Sun, May 05, 2002 - Page 8 News List

Military's ban on gays does not make sense

By Chang Sheng-en 張聖恩

On May 1, local media uncovered the Armed Forces Police Command's (AFPC, 憲兵司令部) ban on homosexuals serving as military police. Such discrimination immediately drew criticism from the gay and lesbian community, as well as human-rights organizations across the nation. The next day, facing strong protests from all sides, Minister of National Defense Tang Yao-ming (湯曜明) said he would make sure the ban was lifted promptly. Tang's quick response to the matter deserves our praise. Still, it is necessary for the armed forces to revise its attitude toward gay men and women serving in the military so that they can be treated equally and justly.

According to Article 20 of the ROC Constitution, "The people shall have the duty of performing military service in accordance with the law." In Taiwan -- which has a conscription system -- all male citizens are liable for military service once they reach the age of 18, according to the Military Service Law (兵役法). In 1994, the defense ministry officially stopped treating homosexuality as an illness. That being so, gay men, just like any other men on the island, have the obligation to perform military service in accordance with the law. Also, they should have the chance of being selected for the military police, who are considered the elite in the armed forces.

Unfortunately, due to the above restriction, homosexual conscripts -- along with gangsters, criminal offenders, drug addicts and Chinese immigrants -- are barred from becoming military police due to "security concerns." According to the AFPC, the military police are responsible for the important tasks of guarding military and government installations, enforcing military law, maintaining military discipline, supporting combat troops and serving as supplementary police. For the sake of military discipline and order, therefore, it is inappropriate for "potentially dangerous elements" -- such as those with Gender Identity Disorder (GID, 性別認同障礙) -- to serve as military police.

The above logic is ridiculous, as no evidence has shown that homosexuality is a threat to the military -- not to mention that homosexuality and GID are different matters. In contrast, sexual harassment of female officers, military abuses and scandals involving heterosexuals frequently occur in Taiwan. Some of our heterosexual officers have committed major crimes, including rape and murder. Why didn't the military also exclude all heterosexuals from serving as military police for "security concerns?"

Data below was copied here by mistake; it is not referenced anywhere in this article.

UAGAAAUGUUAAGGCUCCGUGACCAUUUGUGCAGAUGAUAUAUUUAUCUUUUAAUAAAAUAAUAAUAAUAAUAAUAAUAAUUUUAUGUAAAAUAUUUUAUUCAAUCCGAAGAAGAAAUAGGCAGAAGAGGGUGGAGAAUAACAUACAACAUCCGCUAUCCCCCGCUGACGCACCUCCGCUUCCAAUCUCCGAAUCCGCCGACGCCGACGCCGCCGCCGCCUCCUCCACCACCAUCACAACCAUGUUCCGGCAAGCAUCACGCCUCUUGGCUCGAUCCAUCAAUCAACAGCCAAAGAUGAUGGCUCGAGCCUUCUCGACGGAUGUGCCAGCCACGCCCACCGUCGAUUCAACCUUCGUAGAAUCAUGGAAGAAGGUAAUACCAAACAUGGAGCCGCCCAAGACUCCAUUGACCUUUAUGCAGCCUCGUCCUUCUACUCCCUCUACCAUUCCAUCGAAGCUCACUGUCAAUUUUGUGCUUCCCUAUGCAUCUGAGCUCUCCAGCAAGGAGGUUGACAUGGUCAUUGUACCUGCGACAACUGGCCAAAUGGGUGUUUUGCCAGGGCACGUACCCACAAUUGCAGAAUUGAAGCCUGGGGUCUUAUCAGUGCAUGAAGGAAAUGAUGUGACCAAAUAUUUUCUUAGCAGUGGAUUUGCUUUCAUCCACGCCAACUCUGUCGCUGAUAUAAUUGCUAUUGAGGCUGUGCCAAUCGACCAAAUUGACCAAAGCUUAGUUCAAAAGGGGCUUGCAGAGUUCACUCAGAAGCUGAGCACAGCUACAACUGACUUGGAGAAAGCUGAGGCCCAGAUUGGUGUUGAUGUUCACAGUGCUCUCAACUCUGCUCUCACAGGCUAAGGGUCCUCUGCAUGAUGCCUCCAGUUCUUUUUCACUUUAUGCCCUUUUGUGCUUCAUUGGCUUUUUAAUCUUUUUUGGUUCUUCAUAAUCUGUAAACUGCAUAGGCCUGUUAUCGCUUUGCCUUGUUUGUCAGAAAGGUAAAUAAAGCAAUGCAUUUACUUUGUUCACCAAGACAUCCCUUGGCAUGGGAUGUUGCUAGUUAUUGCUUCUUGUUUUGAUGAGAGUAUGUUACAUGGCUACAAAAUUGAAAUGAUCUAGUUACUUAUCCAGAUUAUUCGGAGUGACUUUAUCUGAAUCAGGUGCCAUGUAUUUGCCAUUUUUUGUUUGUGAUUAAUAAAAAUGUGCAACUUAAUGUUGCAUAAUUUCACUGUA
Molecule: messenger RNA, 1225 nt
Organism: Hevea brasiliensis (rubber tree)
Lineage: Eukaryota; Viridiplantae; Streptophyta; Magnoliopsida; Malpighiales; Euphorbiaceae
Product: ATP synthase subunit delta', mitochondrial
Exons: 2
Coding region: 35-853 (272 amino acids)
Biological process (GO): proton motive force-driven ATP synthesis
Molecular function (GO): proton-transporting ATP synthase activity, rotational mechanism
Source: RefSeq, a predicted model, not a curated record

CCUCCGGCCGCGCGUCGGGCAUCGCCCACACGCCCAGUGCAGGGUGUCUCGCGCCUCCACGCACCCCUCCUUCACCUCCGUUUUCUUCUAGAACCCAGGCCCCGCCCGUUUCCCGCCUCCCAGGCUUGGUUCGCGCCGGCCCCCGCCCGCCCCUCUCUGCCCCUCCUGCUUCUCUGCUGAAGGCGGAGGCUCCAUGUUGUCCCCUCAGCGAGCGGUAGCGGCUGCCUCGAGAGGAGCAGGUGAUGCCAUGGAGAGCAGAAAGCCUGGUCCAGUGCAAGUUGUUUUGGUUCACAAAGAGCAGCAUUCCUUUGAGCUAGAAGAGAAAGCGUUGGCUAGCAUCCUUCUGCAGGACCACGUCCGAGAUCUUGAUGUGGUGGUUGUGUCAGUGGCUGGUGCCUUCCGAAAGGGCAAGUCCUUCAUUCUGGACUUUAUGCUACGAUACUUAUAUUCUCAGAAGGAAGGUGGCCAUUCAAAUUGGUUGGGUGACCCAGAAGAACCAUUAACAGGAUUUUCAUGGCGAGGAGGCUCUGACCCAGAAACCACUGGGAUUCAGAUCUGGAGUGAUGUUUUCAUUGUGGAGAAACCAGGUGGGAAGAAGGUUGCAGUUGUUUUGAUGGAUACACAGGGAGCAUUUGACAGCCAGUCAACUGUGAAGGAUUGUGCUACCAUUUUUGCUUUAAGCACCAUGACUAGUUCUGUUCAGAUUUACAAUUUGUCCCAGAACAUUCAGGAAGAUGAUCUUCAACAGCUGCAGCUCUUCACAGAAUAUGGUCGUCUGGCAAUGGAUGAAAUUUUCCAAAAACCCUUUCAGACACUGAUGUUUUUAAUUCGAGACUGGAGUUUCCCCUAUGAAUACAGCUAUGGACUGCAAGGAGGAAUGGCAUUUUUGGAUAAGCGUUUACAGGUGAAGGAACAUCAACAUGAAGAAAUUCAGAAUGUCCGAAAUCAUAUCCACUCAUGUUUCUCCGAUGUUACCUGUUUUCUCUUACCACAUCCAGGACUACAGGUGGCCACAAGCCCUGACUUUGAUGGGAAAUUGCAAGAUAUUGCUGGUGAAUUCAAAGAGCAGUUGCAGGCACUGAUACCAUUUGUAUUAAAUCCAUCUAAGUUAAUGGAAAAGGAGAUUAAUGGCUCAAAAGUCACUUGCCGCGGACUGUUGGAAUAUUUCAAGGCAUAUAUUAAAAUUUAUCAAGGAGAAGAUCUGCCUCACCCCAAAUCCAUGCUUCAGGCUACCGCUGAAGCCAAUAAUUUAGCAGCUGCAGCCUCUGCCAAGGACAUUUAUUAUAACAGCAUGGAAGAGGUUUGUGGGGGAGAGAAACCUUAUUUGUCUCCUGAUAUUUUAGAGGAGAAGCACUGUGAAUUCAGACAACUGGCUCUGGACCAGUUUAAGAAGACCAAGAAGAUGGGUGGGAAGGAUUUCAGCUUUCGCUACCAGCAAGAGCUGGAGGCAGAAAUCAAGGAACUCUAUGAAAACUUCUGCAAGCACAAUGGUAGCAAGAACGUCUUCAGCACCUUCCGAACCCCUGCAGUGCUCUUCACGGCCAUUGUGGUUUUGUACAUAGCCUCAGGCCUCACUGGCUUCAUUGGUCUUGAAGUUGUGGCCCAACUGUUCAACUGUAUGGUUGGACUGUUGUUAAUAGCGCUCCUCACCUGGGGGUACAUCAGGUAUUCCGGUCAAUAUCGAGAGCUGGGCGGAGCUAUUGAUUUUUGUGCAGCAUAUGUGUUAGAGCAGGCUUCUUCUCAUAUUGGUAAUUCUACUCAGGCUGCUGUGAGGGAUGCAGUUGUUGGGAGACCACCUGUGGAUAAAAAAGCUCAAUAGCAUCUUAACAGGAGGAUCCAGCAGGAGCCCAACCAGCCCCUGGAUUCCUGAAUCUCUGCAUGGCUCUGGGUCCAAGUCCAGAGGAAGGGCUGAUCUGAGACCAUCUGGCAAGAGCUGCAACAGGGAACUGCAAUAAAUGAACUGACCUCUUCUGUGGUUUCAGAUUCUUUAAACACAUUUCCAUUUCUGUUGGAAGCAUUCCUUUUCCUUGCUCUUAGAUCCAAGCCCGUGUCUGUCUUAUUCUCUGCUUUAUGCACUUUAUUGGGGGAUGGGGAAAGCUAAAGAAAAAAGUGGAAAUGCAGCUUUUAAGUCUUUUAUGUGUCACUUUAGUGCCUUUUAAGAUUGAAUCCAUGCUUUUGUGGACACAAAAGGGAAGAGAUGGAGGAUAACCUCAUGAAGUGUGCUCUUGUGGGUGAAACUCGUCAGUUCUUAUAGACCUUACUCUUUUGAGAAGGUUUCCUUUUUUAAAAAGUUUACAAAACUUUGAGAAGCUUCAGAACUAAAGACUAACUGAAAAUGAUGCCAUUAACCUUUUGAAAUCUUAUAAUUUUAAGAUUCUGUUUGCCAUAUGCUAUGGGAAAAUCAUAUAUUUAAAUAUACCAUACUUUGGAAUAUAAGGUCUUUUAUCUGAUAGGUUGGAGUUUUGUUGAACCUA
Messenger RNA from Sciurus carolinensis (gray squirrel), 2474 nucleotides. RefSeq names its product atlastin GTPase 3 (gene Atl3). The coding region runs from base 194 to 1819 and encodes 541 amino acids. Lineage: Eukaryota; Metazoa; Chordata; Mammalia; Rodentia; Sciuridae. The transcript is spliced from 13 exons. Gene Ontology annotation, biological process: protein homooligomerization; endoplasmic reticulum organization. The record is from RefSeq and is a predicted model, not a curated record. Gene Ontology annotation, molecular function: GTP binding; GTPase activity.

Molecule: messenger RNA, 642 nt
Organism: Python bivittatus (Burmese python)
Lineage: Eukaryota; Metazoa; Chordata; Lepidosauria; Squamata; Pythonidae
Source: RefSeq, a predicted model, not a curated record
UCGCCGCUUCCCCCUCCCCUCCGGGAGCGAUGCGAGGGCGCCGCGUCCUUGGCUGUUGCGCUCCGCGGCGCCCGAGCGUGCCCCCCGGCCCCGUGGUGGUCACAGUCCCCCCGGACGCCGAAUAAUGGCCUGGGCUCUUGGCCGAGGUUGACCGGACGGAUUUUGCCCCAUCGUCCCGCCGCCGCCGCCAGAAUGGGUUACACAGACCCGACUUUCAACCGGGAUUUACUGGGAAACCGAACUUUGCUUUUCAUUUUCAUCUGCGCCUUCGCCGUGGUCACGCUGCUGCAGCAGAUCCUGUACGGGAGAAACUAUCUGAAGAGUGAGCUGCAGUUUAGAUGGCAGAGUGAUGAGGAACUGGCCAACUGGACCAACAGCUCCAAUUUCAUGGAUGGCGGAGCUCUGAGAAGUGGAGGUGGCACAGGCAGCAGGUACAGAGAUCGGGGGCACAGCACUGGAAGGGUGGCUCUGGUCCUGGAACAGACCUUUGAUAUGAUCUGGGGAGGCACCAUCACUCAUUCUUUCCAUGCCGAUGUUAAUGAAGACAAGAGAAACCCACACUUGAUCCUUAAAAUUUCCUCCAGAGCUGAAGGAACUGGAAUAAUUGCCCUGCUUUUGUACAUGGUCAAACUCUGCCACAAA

More seriously, the ban on homosexuals is clearly a violation of basic human rights, especially working rights. According to Article 15 of the Constitution, "The people shall have the right to existence, the right to work and the right to property." To protect and promote human rights, President Chen Shui-bian (陳水扁) has vowed to eliminate discrimination. To achieve this goal, the government came up with the nation's first "human rights white paper" on Jan. 31 -- in an effort to show Taiwan's determination to uphold human rights. The military's ban, however, is just like a slap on Chen's face, as homosexuals are not even allowed to guard the Presidential Office or the president's home. Such a discriminatory measure will undoubtedly damage Taiwan's reputation in the world.

The military police have always been careful in their selection of recruits because of the nature of their work. When selecting new blood, nevertheless, they should focus on a man's capability, not his sexual orientation. Meanwhile, the defense ministry should provide educational programs to safeguard human rights, so that it can stop discrimination in the military against people on the basis of their sexual orientation.

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